Research ArticleMicrobiome

Quorum sensing between bacterial species on the skin protects against epidermal injury in atopic dermatitis

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Science Translational Medicine  01 May 2019:
Vol. 11, Issue 490, eaat8329
DOI: 10.1126/scitranslmed.aat8329

Skin-soothing bacteria

Staphylococcus aureus is both a normal skin-resident species and a common bad actor in inflammatory skin conditions. Williams et al. showed that S. aureus relies on quorum sensing to secrete certain toxins and proteases that can cause epithelial barrier damage. Coagulase-negative staphylococci (CoNS) normally present on human skin, however, secreted autoinducing peptides that inhibited quorum sensing in S. aureus and hence secretion of these virulence factors. A CoNS autoinducing peptide also reduced S. aureus–induced skin inflammation in mice. Analysis of the skin microbiome of patients with atopic dermatitis suggested that the ratio of protective CoNS to S. aureus may be a factor in the pathogenesis of this condition.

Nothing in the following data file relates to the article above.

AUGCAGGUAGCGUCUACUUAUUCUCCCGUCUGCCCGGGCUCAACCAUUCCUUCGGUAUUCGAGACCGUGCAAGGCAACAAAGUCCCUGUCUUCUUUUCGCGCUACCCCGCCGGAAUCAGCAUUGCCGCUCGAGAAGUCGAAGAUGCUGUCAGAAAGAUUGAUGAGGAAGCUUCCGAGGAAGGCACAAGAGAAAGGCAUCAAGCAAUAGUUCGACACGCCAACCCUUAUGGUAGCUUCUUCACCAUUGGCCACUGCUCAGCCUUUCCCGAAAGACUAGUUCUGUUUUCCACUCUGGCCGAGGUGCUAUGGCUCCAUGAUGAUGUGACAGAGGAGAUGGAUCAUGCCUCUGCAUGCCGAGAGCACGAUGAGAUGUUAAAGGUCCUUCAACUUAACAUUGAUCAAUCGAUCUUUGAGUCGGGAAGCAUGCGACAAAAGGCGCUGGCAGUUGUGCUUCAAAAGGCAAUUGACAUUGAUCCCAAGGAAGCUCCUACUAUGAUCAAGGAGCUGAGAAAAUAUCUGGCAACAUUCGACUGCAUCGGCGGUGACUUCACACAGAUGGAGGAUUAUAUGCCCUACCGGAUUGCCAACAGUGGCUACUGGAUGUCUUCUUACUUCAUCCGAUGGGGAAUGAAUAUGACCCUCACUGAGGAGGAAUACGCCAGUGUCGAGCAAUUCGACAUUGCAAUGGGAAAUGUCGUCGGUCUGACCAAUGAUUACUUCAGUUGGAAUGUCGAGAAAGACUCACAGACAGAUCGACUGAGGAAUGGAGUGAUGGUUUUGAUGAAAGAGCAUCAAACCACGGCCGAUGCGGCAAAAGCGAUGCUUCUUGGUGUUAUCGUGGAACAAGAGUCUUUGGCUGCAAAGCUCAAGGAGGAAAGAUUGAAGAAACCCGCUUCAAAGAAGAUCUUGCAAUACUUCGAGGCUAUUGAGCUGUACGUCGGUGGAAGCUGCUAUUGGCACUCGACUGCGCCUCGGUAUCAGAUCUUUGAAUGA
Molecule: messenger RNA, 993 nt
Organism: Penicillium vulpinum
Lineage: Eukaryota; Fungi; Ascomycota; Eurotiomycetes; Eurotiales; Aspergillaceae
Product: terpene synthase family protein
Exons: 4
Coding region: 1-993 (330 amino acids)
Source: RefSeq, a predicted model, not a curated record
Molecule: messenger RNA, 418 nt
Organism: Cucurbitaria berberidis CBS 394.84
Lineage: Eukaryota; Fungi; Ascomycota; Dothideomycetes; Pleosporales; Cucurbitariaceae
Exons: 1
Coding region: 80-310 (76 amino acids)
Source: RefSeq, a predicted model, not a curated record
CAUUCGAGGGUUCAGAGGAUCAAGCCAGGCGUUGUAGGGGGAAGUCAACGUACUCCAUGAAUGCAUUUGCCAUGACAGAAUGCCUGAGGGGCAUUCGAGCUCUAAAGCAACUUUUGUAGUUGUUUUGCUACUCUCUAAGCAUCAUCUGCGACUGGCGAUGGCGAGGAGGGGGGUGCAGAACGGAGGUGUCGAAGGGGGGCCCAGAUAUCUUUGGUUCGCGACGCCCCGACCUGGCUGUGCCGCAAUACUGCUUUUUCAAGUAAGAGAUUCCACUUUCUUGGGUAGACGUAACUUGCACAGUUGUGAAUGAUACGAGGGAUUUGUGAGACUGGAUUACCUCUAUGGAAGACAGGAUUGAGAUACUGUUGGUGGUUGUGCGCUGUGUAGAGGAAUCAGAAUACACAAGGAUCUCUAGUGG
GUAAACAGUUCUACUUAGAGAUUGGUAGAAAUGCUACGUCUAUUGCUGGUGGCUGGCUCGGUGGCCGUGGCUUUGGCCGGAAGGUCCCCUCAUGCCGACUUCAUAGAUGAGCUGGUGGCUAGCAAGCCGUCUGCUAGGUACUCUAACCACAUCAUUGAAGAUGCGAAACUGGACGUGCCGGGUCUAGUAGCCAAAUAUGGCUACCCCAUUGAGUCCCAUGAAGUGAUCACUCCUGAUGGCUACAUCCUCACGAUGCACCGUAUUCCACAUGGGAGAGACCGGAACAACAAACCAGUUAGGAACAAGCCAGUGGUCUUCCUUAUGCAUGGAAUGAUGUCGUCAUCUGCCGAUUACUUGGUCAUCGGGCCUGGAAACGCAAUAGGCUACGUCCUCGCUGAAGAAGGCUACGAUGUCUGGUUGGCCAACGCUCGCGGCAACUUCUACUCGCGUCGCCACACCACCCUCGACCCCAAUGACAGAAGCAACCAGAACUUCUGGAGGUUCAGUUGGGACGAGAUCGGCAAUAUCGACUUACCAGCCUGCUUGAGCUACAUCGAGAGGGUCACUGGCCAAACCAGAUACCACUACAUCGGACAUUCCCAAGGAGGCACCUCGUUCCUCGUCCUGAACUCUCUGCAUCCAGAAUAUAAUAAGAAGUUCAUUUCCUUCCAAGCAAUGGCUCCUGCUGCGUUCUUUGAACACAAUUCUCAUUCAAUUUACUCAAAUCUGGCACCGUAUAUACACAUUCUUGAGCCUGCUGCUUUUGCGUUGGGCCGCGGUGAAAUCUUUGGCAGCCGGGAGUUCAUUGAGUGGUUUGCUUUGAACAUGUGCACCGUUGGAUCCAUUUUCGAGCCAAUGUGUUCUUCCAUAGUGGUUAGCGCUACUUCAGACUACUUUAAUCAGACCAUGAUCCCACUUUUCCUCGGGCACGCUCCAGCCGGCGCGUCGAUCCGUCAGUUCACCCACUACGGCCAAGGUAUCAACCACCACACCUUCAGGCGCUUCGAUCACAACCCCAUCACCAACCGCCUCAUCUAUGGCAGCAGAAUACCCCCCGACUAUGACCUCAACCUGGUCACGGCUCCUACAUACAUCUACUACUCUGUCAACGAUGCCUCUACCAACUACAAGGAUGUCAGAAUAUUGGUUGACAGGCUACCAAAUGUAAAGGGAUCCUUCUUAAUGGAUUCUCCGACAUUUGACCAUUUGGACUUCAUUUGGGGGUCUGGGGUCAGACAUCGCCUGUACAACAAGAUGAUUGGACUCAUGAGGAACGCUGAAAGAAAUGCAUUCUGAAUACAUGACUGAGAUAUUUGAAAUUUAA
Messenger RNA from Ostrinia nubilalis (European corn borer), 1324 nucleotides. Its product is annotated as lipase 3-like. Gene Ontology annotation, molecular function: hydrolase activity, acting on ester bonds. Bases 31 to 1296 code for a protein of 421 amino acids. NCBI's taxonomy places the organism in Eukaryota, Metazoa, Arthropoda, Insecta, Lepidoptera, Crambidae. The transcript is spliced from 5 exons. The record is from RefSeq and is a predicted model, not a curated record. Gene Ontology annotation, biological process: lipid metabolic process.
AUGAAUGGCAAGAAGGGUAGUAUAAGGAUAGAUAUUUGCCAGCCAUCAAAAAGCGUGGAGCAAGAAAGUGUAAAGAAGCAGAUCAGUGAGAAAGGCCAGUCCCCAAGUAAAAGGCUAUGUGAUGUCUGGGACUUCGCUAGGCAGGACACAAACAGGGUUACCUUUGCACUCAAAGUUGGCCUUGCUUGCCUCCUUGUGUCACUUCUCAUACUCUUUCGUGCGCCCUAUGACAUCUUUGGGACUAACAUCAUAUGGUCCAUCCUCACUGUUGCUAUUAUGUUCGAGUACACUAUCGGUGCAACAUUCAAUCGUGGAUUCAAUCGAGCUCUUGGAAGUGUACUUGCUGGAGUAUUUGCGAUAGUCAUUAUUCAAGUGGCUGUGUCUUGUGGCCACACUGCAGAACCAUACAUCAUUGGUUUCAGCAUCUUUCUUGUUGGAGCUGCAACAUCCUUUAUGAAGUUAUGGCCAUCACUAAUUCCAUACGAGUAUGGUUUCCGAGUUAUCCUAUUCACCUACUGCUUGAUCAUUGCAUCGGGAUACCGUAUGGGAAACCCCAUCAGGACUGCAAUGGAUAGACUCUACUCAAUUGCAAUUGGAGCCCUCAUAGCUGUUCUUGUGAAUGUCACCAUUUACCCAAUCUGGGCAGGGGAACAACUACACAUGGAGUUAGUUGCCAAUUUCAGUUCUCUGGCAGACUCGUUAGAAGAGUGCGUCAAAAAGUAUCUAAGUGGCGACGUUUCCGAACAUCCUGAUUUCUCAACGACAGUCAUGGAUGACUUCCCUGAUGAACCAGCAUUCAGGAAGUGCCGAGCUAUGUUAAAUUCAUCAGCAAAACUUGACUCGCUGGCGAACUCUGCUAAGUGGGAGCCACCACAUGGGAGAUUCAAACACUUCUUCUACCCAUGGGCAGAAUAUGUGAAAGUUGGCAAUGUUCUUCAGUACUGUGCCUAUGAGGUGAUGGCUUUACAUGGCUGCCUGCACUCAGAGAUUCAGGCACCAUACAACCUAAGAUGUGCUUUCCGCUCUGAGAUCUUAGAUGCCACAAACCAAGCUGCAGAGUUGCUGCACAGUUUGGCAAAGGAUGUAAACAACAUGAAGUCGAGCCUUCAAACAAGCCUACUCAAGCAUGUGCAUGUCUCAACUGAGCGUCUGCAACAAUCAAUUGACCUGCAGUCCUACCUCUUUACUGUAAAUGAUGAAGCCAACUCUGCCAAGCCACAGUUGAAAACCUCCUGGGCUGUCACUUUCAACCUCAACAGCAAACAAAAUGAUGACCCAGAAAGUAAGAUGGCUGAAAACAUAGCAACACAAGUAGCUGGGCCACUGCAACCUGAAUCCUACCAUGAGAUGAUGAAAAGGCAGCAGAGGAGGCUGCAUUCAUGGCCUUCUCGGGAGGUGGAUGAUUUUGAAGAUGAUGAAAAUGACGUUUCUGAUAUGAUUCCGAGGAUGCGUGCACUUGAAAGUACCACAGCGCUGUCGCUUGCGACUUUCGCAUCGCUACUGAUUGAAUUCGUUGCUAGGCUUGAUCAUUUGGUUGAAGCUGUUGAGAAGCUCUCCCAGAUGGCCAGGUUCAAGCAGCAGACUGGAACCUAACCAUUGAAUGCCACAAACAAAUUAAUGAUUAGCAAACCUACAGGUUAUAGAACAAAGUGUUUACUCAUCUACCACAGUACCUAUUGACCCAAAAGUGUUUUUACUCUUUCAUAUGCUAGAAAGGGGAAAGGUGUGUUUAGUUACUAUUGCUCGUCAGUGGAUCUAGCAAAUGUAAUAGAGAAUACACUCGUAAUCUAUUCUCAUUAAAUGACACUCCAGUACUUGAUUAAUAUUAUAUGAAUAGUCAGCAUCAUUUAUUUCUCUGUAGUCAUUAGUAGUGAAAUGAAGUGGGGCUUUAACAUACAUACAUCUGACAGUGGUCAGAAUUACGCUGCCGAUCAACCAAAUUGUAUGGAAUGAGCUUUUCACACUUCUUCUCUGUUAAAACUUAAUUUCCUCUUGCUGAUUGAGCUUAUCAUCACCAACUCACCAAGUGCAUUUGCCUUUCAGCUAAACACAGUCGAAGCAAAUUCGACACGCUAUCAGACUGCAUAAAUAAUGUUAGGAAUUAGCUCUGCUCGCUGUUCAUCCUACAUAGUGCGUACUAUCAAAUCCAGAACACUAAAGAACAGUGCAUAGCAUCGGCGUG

Colonization of the skin by Staphylococcus aureus is associated with exacerbation of atopic dermatitis (AD), but any direct mechanism through which dysbiosis of the skin microbiome may influence the development of AD is unknown. Here, we show that proteases and phenol-soluble modulin α (PSMα) secreted by S. aureus lead to endogenous epidermal proteolysis and skin barrier damage that promoted inflammation in mice. We further show that clinical isolates of different coagulase-negative staphylococci (CoNS) species residing on normal skin produced autoinducing peptides that inhibited the S. aureus agr system, in turn decreasing PSMα expression. These autoinducing peptides from skin microbiome CoNS species potently suppressed PSMα expression in S. aureus isolates from subjects with AD without inhibiting S. aureus growth. Metagenomic analysis of the AD skin microbiome revealed that the increase in the relative abundance of S. aureus in patients with active AD correlated with a lower CoNS autoinducing peptides to S. aureus ratio, thus overcoming the peptides’ capacity to inhibit the S. aureus agr system. Characterization of a S. hominis clinical isolate identified an autoinducing peptide (SYNVCGGYF) as a highly potent inhibitor of S. aureus agr activity, capable of preventing S. aureus–mediated epithelial damage and inflammation on murine skin. Together, these findings show how members of the normal human skin microbiome can contribute to epithelial barrier homeostasis by using quorum sensing to inhibit S. aureus toxin production.

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